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Hubble Spies a Spiral Galaxy Edge-on

This image shows the Small Magellanic Cloud galaxy in infrared light from the Herschel Space Observatory, a European Space Agency-led mission, and NASA's Spitzer Space Telescope. Considered dwarf galaxies compared to the big spiral of the Milky Way, the Large and Small Magellanic Clouds are the two biggest satellite galaxies of our home galaxy. In combined data from Herschel and Spitzer, the irregular distribution of dust in the Small Magellanic Cloud becomes clear. A stream of dust extends…

Hubble Peers into the Most Crowded Place in the Milky Way

Hubble Meeting the Neighbors

The sphere of space surrounding our galaxy is known as the Local Volume, a region some 35 million light-years in diameter and home to several hundred known galaxies. The subject of this new NASA/ESA Hubble Space Telescope image, a beautiful dwarf irregular galaxy known as PGC 18431, is one of these galaxies.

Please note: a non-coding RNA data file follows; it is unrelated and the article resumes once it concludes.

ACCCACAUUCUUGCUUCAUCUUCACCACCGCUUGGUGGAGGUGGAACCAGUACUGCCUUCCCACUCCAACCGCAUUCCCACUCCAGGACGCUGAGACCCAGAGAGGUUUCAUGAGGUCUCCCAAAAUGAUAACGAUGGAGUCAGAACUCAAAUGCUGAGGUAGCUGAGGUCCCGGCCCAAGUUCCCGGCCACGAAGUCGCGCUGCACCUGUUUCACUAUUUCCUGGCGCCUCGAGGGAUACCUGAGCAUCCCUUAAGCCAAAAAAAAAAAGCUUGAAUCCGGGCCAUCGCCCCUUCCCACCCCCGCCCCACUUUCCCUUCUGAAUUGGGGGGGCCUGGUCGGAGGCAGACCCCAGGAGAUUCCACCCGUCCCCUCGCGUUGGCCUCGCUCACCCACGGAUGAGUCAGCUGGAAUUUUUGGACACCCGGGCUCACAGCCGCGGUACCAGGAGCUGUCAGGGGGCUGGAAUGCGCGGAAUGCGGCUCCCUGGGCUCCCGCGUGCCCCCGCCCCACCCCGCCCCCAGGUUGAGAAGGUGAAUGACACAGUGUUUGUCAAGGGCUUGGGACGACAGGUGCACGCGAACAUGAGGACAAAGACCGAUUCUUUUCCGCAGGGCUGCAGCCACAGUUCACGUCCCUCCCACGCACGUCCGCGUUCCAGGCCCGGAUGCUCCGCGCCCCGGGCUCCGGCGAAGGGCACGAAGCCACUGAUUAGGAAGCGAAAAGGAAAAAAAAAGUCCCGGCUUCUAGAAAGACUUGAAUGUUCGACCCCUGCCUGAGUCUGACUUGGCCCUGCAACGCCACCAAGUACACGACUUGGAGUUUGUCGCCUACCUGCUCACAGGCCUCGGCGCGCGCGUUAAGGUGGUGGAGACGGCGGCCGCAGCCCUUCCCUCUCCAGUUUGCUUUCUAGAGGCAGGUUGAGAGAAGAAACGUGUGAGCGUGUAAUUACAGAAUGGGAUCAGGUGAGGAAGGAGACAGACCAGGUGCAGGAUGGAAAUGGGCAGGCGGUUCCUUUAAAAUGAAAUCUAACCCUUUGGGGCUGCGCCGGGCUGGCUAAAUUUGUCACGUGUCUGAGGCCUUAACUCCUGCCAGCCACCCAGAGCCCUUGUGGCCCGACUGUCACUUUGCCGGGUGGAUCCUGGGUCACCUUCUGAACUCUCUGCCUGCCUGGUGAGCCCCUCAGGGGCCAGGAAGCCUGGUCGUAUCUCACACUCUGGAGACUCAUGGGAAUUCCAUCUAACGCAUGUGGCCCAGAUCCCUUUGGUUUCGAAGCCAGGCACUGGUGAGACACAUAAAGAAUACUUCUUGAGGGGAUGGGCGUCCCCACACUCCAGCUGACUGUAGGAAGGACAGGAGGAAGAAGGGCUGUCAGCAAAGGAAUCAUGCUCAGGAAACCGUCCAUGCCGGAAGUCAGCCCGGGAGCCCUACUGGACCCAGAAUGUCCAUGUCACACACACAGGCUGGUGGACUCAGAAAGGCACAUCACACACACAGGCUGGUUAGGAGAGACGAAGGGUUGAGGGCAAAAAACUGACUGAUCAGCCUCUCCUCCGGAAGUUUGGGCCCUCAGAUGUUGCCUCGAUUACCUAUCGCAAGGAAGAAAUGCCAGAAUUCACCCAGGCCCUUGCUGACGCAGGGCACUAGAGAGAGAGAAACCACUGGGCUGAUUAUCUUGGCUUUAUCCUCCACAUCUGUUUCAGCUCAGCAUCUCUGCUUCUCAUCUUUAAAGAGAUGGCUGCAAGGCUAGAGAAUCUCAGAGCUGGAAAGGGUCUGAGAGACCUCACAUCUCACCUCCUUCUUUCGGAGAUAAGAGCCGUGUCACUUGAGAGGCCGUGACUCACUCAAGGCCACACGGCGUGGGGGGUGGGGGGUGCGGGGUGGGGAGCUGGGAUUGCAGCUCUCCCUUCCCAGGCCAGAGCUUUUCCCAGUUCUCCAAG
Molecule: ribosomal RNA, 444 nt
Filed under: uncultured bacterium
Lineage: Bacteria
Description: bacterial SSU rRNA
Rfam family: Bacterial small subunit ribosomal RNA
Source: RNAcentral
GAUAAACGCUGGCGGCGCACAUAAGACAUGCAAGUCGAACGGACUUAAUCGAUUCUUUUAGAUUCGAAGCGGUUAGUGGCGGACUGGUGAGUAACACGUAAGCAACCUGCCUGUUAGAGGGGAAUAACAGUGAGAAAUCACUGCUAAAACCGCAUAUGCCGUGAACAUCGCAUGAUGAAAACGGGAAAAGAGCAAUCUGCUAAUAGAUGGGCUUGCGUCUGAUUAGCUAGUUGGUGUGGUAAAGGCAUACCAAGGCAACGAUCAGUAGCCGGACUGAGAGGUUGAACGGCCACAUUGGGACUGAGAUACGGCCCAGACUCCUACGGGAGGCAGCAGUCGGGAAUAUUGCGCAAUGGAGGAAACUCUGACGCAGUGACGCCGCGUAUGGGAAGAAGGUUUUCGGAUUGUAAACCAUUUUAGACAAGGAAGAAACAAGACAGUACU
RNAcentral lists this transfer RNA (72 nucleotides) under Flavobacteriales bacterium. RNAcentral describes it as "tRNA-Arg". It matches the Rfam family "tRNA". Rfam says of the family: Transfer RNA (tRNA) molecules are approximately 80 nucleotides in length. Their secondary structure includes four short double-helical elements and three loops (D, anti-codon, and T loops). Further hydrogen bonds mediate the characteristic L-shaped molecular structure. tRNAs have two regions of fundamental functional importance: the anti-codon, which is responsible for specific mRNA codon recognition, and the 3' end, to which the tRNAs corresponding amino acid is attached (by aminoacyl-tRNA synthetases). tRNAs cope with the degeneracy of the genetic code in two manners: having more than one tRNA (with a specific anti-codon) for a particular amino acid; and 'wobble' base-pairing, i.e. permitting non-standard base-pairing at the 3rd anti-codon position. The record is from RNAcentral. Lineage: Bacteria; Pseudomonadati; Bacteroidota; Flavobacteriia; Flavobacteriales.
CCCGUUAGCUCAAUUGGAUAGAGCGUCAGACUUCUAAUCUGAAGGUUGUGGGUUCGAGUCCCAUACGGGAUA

Hubble Captures a Galactic Waltz

Galaxy undergoing a galactic merger, leaving a fine mist, made of millions of stars spewing from it in long trails

Have a nice weekend! ESA/Hubble Flashback: A vapour of stars. Feel free to share! Most of the Universe's galaxies look like small, amorphous clouds of vapour. One of these galaxies is DDO 82, captured here in an image from the NASA/ESA Hubble Space Telescope. View larger image at:

(NASA) What created this unusual space ribbon? Back in the year 1006 AD, light reached Earth from a stellar explosion in the constellation of the Wolf (Lupus), creating a “guest star” in the sky that appeared brighter than Venus and lasted for over two years. The supernova, now cataloged at SN 1006, occurred about 7,000 light years away and has left a large remnant that continues to expand and fade today.